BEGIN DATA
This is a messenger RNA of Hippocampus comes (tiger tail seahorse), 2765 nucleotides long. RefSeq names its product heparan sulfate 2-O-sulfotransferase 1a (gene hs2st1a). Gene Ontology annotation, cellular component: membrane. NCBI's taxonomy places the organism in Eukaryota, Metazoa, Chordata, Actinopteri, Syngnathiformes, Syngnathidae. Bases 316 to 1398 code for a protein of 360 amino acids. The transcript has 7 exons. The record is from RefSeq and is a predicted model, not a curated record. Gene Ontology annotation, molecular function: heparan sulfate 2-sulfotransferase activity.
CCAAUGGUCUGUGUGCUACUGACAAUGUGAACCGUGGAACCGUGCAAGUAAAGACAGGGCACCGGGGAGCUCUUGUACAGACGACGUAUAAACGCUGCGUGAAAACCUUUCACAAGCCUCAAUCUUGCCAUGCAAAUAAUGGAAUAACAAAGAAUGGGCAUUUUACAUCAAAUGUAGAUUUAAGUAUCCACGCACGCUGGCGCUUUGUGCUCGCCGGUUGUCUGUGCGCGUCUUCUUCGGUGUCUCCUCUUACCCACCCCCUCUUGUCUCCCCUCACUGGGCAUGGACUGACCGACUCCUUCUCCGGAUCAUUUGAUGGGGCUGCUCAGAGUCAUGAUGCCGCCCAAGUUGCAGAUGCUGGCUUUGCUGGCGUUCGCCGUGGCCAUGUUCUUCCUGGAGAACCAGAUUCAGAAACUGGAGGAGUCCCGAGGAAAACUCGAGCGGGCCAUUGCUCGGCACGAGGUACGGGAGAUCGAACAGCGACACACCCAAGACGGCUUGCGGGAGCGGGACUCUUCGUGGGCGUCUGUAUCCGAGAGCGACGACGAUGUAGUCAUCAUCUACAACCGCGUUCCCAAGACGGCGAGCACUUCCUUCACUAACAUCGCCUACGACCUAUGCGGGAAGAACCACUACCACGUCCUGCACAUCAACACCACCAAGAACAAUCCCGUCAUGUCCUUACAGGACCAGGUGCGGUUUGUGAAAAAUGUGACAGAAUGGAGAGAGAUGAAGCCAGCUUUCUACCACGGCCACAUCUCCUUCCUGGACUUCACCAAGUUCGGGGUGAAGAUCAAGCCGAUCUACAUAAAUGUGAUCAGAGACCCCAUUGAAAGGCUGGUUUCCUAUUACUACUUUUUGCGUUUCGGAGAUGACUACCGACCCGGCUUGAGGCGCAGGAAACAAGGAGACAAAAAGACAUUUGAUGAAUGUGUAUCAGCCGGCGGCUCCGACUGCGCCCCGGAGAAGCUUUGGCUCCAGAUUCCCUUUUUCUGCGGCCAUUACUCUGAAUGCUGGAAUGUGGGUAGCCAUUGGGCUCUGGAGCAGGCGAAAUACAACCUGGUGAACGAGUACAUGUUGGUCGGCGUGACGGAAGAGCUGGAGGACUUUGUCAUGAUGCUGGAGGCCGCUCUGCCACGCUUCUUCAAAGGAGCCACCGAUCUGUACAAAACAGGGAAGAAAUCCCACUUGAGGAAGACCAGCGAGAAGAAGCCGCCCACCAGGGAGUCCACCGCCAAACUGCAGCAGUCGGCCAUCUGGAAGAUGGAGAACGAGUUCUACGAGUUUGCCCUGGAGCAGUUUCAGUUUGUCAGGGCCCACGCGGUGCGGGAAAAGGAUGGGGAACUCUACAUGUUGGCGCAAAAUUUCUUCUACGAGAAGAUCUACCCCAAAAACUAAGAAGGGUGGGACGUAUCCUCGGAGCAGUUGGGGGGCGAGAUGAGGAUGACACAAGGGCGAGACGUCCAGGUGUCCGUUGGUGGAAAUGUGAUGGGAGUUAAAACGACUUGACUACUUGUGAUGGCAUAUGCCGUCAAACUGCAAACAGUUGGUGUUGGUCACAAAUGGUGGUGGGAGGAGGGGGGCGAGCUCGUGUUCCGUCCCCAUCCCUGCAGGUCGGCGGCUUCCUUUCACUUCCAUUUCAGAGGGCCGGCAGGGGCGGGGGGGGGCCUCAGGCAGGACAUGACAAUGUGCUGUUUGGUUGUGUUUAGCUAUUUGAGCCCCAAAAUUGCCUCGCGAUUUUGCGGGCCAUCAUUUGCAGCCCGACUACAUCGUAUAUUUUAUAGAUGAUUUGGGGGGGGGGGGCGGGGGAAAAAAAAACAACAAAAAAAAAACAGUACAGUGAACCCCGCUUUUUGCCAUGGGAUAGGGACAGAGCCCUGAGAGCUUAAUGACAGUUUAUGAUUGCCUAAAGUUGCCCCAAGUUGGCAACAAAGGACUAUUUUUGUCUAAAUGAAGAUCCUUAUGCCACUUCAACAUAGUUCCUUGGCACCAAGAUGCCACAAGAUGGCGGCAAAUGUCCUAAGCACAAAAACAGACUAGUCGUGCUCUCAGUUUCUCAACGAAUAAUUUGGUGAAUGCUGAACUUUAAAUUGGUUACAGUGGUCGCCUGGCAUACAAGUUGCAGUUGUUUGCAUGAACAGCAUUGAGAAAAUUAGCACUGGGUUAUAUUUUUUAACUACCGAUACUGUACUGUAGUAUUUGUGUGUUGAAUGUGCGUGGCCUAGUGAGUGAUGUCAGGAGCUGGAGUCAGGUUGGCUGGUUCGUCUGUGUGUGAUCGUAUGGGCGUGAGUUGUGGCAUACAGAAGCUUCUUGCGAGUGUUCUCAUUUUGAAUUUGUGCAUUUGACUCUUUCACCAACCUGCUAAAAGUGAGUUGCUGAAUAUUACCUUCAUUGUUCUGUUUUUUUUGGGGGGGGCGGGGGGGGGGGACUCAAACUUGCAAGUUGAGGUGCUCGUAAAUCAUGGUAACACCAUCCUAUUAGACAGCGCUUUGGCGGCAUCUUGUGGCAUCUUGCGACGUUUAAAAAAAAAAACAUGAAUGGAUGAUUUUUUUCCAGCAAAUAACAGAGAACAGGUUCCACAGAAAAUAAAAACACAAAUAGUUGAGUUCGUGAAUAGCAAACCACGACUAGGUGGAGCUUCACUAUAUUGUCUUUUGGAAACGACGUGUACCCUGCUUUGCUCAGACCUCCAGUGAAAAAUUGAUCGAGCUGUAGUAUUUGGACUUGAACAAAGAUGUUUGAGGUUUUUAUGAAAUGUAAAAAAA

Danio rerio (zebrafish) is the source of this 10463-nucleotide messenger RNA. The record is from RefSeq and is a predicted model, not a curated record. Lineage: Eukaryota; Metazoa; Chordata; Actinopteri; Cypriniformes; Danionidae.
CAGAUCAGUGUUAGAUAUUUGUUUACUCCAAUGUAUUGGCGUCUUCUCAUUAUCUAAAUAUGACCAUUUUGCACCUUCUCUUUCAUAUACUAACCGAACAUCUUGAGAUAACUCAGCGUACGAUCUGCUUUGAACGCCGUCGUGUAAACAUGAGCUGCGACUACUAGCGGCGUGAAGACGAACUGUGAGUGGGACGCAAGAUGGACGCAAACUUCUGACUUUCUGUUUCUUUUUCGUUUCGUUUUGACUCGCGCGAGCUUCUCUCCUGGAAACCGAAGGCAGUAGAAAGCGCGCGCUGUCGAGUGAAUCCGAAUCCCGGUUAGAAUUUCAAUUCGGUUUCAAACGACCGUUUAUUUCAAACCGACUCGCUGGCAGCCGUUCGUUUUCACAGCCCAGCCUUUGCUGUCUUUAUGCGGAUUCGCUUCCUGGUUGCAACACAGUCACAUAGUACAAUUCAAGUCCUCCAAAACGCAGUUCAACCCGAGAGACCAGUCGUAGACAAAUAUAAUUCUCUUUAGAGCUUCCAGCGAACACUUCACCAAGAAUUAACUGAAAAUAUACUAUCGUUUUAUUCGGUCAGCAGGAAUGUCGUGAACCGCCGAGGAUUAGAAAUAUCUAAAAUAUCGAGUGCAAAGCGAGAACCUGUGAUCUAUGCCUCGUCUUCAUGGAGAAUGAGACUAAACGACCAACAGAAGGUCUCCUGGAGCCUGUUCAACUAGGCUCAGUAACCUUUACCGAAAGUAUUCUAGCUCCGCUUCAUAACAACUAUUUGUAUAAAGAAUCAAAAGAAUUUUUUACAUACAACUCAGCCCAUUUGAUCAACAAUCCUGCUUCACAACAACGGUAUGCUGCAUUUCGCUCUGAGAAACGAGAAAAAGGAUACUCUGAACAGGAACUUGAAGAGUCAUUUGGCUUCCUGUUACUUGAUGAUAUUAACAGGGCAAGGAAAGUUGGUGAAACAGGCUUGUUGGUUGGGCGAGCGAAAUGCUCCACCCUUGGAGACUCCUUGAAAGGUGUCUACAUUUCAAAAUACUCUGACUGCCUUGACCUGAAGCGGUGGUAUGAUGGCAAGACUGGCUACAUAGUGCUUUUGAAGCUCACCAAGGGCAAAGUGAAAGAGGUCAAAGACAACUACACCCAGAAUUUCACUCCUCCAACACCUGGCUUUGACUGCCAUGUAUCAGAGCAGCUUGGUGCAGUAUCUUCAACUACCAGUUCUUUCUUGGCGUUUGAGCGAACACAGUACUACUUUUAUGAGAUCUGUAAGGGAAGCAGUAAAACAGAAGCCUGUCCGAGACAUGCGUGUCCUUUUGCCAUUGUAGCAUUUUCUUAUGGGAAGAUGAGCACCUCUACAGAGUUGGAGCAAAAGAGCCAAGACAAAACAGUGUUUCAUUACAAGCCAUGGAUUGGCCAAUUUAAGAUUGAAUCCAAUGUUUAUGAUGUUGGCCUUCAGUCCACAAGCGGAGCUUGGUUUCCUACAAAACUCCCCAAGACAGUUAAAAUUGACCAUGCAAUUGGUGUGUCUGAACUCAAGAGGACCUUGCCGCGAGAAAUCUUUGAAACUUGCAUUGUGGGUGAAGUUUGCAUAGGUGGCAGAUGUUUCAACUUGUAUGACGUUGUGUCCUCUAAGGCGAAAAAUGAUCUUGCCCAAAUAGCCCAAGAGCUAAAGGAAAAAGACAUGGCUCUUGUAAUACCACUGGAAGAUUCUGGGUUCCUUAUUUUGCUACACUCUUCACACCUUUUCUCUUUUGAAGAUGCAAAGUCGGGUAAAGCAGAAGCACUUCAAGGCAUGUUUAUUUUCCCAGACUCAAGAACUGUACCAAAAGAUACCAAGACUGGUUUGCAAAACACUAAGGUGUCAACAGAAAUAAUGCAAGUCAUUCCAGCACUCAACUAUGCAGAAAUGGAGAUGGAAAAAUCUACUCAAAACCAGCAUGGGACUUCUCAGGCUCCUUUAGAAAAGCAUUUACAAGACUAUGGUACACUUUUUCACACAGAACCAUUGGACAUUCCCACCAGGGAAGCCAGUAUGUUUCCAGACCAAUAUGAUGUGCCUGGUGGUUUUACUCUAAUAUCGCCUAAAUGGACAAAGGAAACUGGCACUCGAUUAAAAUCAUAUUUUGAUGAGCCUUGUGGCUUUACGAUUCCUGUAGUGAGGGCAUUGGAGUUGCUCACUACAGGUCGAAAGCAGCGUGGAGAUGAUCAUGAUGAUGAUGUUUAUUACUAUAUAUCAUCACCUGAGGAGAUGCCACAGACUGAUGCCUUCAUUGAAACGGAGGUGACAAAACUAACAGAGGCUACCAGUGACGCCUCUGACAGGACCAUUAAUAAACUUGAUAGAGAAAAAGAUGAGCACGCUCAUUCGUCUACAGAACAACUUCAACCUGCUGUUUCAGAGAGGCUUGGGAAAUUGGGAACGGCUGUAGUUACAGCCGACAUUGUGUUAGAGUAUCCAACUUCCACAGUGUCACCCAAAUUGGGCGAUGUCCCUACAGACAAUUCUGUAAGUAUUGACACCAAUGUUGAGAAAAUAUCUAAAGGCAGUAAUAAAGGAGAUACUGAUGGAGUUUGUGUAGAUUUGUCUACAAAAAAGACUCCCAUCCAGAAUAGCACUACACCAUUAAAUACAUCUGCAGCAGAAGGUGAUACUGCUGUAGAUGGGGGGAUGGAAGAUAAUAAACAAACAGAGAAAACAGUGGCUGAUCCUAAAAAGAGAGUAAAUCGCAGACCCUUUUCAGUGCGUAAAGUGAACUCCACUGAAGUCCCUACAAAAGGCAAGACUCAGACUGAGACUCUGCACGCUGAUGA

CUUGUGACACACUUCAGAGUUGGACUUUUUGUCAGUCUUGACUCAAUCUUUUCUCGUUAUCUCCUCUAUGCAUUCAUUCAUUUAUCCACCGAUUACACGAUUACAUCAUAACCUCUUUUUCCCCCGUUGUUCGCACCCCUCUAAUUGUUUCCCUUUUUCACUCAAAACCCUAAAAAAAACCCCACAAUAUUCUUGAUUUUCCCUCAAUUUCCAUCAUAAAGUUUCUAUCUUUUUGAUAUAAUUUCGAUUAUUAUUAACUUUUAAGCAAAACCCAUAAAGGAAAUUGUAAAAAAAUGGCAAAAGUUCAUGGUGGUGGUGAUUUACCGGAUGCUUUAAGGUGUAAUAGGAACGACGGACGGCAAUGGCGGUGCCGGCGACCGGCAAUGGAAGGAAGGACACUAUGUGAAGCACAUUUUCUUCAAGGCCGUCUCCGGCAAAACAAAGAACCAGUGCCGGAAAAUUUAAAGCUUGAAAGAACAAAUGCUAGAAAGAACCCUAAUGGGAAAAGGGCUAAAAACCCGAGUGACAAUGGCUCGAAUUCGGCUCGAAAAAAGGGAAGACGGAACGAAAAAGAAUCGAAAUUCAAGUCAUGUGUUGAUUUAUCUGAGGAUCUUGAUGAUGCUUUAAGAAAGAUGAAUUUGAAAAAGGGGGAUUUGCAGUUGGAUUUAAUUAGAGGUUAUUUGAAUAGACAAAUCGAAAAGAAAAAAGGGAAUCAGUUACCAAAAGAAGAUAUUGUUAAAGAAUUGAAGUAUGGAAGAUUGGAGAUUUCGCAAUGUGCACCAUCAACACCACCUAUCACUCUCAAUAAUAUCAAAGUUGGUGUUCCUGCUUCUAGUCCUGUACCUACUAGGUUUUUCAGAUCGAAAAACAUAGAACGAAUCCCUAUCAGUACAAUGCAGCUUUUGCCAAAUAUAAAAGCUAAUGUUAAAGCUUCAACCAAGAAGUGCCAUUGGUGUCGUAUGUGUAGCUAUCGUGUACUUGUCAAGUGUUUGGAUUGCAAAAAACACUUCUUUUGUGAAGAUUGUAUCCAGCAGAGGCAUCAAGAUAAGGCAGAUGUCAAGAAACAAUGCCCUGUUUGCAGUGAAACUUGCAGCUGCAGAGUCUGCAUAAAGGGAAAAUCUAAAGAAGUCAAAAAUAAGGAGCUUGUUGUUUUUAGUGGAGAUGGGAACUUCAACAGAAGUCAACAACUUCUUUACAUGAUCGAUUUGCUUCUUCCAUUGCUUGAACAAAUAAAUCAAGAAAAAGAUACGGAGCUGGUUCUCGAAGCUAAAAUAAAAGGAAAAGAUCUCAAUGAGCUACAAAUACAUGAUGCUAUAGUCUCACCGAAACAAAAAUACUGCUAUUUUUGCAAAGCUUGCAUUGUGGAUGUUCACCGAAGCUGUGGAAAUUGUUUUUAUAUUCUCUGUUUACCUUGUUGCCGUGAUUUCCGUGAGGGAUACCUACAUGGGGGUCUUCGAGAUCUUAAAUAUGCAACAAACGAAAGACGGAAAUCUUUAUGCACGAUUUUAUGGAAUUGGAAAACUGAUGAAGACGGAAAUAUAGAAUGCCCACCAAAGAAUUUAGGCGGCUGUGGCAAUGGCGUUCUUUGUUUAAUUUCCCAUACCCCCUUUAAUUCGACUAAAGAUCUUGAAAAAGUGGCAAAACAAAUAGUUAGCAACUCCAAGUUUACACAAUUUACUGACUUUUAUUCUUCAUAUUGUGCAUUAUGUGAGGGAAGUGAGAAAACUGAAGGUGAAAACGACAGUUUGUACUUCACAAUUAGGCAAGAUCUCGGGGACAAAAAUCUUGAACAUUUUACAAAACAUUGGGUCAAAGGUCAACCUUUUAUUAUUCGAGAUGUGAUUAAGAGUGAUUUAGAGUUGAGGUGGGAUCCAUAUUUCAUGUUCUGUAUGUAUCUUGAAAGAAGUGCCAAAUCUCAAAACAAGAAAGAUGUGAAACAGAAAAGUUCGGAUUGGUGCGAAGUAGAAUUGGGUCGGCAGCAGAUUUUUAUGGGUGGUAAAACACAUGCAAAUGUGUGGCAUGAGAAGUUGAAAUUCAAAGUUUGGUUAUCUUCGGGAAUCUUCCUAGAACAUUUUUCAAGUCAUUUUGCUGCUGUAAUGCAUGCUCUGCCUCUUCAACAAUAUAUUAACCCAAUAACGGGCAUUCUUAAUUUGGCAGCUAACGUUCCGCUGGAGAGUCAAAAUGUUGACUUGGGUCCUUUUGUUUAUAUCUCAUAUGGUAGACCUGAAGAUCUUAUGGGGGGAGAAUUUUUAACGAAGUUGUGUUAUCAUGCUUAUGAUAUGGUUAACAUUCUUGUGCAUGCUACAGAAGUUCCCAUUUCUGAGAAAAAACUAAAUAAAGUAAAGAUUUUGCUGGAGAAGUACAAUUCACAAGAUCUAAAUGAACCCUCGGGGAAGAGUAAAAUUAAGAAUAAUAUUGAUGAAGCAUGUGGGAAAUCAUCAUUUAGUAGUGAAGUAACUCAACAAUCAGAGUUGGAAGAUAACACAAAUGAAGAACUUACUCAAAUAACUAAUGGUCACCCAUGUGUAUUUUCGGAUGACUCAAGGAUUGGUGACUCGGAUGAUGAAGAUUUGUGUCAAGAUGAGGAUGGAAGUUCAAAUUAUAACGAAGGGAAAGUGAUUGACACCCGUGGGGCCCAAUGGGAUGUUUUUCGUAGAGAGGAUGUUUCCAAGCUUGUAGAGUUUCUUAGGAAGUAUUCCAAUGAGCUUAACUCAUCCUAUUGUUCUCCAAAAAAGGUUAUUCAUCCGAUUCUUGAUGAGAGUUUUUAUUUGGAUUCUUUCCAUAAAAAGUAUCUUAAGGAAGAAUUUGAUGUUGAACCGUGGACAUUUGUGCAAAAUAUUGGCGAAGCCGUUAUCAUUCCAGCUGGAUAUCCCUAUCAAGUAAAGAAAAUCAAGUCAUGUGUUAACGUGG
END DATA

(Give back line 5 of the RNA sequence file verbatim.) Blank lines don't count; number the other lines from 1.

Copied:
CUUGUGACACACUUCAGAGUUGGACUUUUUGUCAGUCUUGACUCAAUCUUUUCUCGUUAUCUCCUCUAUGCAUUCAUUCAUUUAUCCACCGAUUACACGAUUACAUCAUAACCUCUUUUUCCCCCGUUGUUCGCACCCCUCUAAUUGUUUCCCUUUUUCACUCAAAACCCUAAAAAAAACCCCACAAUAUUCUUGAUUUUCCCUCAAUUUCCAUCAUAAAGUUUCUAUCUUUUUGAUAUAAUUUCGAUUAUUAUUAACUUUUAAGCAAAACCCAUAAAGGAAAUUGUAAAAAAAUGGCAAAAGUUCAUGGUGGUGGUGAUUUACCGGAUGCUUUAAGGUGUAAUAGGAACGACGGACGGCAAUGGCGGUGCCGGCGACCGGCAAUGGAAGGAAGGACACUAUGUGAAGCACAUUUUCUUCAAGGCCGUCUCCGGCAAAACAAAGAACCAGUGCCGGAAAAUUUAAAGCUUGAAAGAACAAAUGCUAGAAAGAACCCUAAUGGGAAAAGGGCUAAAAACCCGAGUGACAAUGGCUCGAAUUCGGCUCGAAAAAAGGGAAGACGGAACGAAAAAGAAUCGAAAUUCAAGUCAUGUGUUGAUUUAUCUGAGGAUCUUGAUGAUGCUUUAAGAAAGAUGAAUUUGAAAAAGGGGGAUUUGCAGUUGGAUUUAAUUAGAGGUUAUUUGAAUAGACAAAUCGAAAAGAAAAAAGGGAAUCAGUUACCAAAAGAAGAUAUUGUUAAAGAAUUGAAGUAUGGAAGAUUGGAGAUUUCGCAAUGUGCACCAUCAACACCACCUAUCACUCUCAAUAAUAUCAAAGUUGGUGUUCCUGCUUCUAGUCCUGUACCUACUAGGUUUUUCAGAUCGAAAAACAUAGAACGAAUCCCUAUCAGUACAAUGCAGCUUUUGCCAAAUAUAAAAGCUAAUGUUAAAGCUUCAACCAAGAAGUGCCAUUGGUGUCGUAUGUGUAGCUAUCGUGUACUUGUCAAGUGUUUGGAUUGCAAAAAACACUUCUUUUGUGAAGAUUGUAUCCAGCAGAGGCAUCAAGAUAAGGCAGAUGUCAAGAAACAAUGCCCUGUUUGCAGUGAAACUUGCAGCUGCAGAGUCUGCAUAAAGGGAAAAUCUAAAGAAGUCAAAAAUAAGGAGCUUGUUGUUUUUAGUGGAGAUGGGAACUUCAACAGAAGUCAACAACUUCUUUACAUGAUCGAUUUGCUUCUUCCAUUGCUUGAACAAAUAAAUCAAGAAAAAGAUACGGAGCUGGUUCUCGAAGCUAAAAUAAAAGGAAAAGAUCUCAAUGAGCUACAAAUACAUGAUGCUAUAGUCUCACCGAAACAAAAAUACUGCUAUUUUUGCAAAGCUUGCAUUGUGGAUGUUCACCGAAGCUGUGGAAAUUGUUUUUAUAUUCUCUGUUUACCUUGUUGCCGUGAUUUCCGUGAGGGAUACCUACAUGGGGGUCUUCGAGAUCUUAAAUAUGCAACAAACGAAAGACGGAAAUCUUUAUGCACGAUUUUAUGGAAUUGGAAAACUGAUGAAGACGGAAAUAUAGAAUGCCCACCAAAGAAUUUAGGCGGCUGUGGCAAUGGCGUUCUUUGUUUAAUUUCCCAUACCCCCUUUAAUUCGACUAAAGAUCUUGAAAAAGUGGCAAAACAAAUAGUUAGCAACUCCAAGUUUACACAAUUUACUGACUUUUAUUCUUCAUAUUGUGCAUUAUGUGAGGGAAGUGAGAAAACUGAAGGUGAAAACGACAGUUUGUACUUCACAAUUAGGCAAGAUCUCGGGGACAAAAAUCUUGAACAUUUUACAAAACAUUGGGUCAAAGGUCAACCUUUUAUUAUUCGAGAUGUGAUUAAGAGUGAUUUAGAGUUGAGGUGGGAUCCAUAUUUCAUGUUCUGUAUGUAUCUUGAAAGAAGUGCCAAAUCUCAAAACAAGAAAGAUGUGAAACAGAAAAGUUCGGAUUGGUGCGAAGUAGAAUUGGGUCGGCAGCAGAUUUUUAUGGGUGGUAAAACACAUGCAAAUGUGUGGCAUGAGAAGUUGAAAUUCAAAGUUUGGUUAUCUUCGGGAAUCUUCCUAGAACAUUUUUCAAGUCAUUUUGCUGCUGUAAUGCAUGCUCUGCCUCUUCAACAAUAUAUUAACCCAAUAACGGGCAUUCUUAAUUUGGCAGCUAACGUUCCGCUGGAGAGUCAAAAUGUUGACUUGGGUCCUUUUGUUUAUAUCUCAUAUGGUAGACCUGAAGAUCUUAUGGGGGGAGAAUUUUUAACGAAGUUGUGUUAUCAUGCUUAUGAUAUGGUUAACAUUCUUGUGCAUGCUACAGAAGUUCCCAUUUCUGAGAAAAAACUAAAUAAAGUAAAGAUUUUGCUGGAGAAGUACAAUUCACAAGAUCUAAAUGAACCCUCGGGGAAGAGUAAAAUUAAGAAUAAUAUUGAUGAAGCAUGUGGGAAAUCAUCAUUUAGUAGUGAAGUAACUCAACAAUCAGAGUUGGAAGAUAACACAAAUGAAGAACUUACUCAAAUAACUAAUGGUCACCCAUGUGUAUUUUCGGAUGACUCAAGGAUUGGUGACUCGGAUGAUGAAGAUUUGUGUCAAGAUGAGGAUGGAAGUUCAAAUUAUAACGAAGGGAAAGUGAUUGACACCCGUGGGGCCCAAUGGGAUGUUUUUCGUAGAGAGGAUGUUUCCAAGCUUGUAGAGUUUCUUAGGAAGUAUUCCAAUGAGCUUAACUCAUCCUAUUGUUCUCCAAAAAAGGUUAUUCAUCCGAUUCUUGAUGAGAGUUUUUAUUUGGAUUCUUUCCAUAAAAAGUAUCUUAAGGAAGAAUUUGAUGUUGAACCGUGGACAUUUGUGCAAAAUAUUGGCGAAGCCGUUAUCAUUCCAGCUGGAUAUCCCUAUCAAGUAAAGAAAAUCAAGUCAUGUGUUAACGUGG